Credit Card

Citi Prestige cardCall your credit card company to cancel your cards right away. You won’t be responsible for fraudulent purchases as long as you report it stolen before someone else starts using it. Once you report it, you’ll only have to pay $50 of the purchases made by a thief.

Social Security Card

You should never carry your social security card in your wallet, but if you did and now it’s gone, you’ll need to request a new one. Contact the social security administration to make the request. You’ll have to pay a fee, but it’s less than $10. If you’re a victim of identity theft and someone’s fraudulently using your social security number, you can request a new number. However, they don’t always approve it, and you’ll need a police report to verify your need.

Drivers License/ ID Card

The process of getting a new driver’s license or government-issued ID varies from state to state. Some allow you to request one online, and some ask that you come into the DMV office. You’ll likely have to pay a fee, but they may waive the cost if you can prove you’re a victim of theft.

Health Insurance Card

You probably had your health insurance card in your wallet, so don’t forget about replacing it. Call your insurance company, let them know it’s gone, and they’ll send you a replacement. Don’t forget about your flex spending card either. Check with your company’s HR department to make sure you know how to get it replaced.

3 Ways To Prepare In Case I Lose My Wallet

1. Get Your Wallet Down To Basics

Tile SlimThe more stuff you carry in your wallet, the more stuff you’re at risk of losing. Think about what you need, and only carry the essentials.

2. Keep A Copy Of Your Wallet’s Contents

You should have a photocopy of everything you keep in your wallet and store it safely. If you lose your wallet, you’ll know what’s missing and have all the numbers you’ll need to contact providers for replacement.

3. Keep A Locator In Your Wallet

Using a wallet locator or key finder, like the Tile Slim or Inway Card, can help you keep track of your wallet and even help others help you find it.

If I Find A Wallet, What Should I Do?

If you find a lost wallet, there’s an opportunity for you to be a good samaritan and attempt to return it. However, there are a few things to consider.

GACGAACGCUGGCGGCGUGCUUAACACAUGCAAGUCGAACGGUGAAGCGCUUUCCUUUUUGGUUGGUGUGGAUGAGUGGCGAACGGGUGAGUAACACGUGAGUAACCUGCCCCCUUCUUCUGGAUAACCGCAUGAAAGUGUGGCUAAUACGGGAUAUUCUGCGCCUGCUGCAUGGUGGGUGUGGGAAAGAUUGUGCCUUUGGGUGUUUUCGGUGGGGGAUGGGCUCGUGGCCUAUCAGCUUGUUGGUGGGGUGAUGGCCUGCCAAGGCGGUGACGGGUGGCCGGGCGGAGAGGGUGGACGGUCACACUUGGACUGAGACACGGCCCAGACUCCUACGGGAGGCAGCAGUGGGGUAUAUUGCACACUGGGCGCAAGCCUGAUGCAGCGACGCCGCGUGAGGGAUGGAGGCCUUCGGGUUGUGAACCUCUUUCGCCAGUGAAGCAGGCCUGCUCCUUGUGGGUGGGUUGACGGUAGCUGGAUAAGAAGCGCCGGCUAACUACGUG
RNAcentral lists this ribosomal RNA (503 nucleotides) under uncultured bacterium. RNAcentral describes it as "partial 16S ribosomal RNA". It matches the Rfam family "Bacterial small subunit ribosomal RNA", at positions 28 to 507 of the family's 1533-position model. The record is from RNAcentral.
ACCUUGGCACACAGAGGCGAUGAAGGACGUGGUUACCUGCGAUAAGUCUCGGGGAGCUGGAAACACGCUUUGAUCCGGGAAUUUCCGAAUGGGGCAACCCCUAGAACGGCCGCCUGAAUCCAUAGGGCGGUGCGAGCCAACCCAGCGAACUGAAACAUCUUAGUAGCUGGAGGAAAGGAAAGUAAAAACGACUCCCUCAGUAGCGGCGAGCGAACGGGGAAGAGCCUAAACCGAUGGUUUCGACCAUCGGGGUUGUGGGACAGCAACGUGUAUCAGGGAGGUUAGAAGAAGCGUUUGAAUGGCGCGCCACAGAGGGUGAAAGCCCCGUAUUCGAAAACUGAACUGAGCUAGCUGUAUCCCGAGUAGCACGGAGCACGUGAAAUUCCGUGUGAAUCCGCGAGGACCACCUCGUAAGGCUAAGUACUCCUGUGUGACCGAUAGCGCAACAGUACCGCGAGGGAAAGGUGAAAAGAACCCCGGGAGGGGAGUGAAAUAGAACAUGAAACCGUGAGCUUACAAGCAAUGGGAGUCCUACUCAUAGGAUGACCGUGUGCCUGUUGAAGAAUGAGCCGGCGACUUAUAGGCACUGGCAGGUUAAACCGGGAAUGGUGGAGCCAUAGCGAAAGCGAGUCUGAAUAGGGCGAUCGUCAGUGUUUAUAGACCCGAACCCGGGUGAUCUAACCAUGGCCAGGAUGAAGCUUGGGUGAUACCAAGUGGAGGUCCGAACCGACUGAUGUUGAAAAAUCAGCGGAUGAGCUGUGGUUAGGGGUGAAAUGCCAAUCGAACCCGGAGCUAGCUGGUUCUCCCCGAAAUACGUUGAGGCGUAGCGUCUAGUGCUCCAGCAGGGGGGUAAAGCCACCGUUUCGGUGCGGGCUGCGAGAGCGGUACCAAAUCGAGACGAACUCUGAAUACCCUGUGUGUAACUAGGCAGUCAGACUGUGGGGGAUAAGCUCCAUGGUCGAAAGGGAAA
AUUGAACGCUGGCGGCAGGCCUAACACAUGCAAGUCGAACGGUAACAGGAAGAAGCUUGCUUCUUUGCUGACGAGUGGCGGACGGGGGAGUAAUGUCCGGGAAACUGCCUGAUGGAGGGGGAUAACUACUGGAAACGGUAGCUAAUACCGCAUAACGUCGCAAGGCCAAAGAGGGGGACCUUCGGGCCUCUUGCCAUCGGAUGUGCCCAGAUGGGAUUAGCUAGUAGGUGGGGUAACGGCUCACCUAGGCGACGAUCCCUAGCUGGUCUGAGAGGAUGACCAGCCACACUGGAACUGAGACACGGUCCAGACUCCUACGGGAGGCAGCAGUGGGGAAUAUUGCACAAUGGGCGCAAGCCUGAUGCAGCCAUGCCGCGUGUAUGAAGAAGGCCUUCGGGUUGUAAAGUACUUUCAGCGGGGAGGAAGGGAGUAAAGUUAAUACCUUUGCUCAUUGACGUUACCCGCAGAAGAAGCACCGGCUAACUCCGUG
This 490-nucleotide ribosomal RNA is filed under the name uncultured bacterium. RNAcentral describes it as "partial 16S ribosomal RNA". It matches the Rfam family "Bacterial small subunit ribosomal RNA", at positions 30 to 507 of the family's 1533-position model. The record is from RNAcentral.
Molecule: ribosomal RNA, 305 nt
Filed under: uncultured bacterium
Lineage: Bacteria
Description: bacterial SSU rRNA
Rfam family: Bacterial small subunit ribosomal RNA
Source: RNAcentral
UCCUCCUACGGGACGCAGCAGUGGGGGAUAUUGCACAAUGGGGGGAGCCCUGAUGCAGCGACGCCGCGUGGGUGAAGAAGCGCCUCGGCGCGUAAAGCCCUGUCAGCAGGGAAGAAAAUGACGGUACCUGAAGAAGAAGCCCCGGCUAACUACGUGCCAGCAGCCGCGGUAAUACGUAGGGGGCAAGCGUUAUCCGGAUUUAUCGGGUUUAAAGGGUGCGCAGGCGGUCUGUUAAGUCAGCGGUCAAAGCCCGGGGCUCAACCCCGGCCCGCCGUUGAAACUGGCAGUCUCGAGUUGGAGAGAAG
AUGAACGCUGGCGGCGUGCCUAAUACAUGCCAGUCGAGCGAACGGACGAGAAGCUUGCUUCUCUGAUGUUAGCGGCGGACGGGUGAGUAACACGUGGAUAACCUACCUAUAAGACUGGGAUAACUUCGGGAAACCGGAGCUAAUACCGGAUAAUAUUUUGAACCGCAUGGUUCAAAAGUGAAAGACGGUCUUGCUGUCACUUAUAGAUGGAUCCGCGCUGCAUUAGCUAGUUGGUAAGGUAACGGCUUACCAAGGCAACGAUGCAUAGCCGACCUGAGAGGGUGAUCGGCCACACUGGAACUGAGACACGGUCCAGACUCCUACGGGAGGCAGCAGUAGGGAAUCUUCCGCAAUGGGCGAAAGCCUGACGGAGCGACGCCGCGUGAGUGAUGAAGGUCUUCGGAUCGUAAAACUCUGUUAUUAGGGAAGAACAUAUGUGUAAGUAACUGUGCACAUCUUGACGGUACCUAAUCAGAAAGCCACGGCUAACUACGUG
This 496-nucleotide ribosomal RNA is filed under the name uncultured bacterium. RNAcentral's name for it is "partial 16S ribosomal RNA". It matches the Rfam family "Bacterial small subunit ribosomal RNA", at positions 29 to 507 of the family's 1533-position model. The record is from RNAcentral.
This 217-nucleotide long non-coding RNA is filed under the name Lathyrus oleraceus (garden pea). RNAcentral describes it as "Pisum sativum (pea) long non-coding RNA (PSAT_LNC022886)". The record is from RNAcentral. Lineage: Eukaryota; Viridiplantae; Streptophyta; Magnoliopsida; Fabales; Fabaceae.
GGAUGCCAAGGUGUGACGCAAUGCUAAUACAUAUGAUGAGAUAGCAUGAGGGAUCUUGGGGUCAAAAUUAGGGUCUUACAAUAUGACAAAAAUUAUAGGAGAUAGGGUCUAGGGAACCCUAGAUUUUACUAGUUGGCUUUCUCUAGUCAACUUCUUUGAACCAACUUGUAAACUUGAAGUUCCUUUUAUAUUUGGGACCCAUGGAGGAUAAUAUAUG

Do

  • Turn it in at the front desk if you find it at a store or business.
  • Call the police non-emergency number and have them come and get it.
  • Drop it in a USPS blue mailbox, and they will return it to the owner.
  • If you see that the ID address is nearby, you can knock on the door to return it or place it in their mailbox.

Don’t

  • Post about it on social media — you could compromise the wallet owner’s identity.
  • Meet up with someone you don’t know in a place you aren’t familiar with to return the wallet.
  • Try to protect the wallet if someone else claims it, even if you know it’s not theirs. People can be aggressive, and you could get hurt. If someone says that the wallet belongs to them, just let it go and walk away.

Every situation is different so use your judgment. But remember, even though you’re honest, that doesn’t mean the owner of the wallet is honest. Consider the need to protect yourself if they try to accuse you of taking their cash or, worse, identity theft.

Would I Do The Right Thing?

This three-minute video from CBS Sacramento shows an uplifting story of a teen who did the right thing when he came across a lost wallet while handing out flyers for work.

Protecting Your Wallet And Your Identity

Dealing with your lost or stolen wallet is important to protect your identity. But you also have to keep in mind that thieves are tricky these days. There’s technology available that allows people to read the cards in your wallet without even touching it. You may want to consider an RFID wallet to protect your wallet at all times.

And if you aren’t certain that you’re safeguarding your identity in every possible way, check out our comprehensive guide to protecting your identity to ensure you’re doing everything you can.

Were you prepared to protect your identity before your wallet disappeared?

About The Author:

Julie has been writing professionally since 2012. She is an active volunteer for a local arm of Everytown for Gun Safety, the largest gun violence prevention organization in the country. Everytown does comprehensive research on gun violence and makes recommendations on how we can all make our communities safer. Her involvement with this organization has given her invaluable information about how to keep our kids safe.

She enjoys writing not only about gun safety, but from family-related content to informative articles about technology, events and healthcare. In her free time, you might find her hiking, trail running, biking or swimming. You might also find her in the kitchen where she loves to cook and bake.

We are a participant in the Amazon Services LLC Associates Program, an affiliate advertising program designed to provide a means for us to earn fees by linking to Amazon.com and affiliated sites.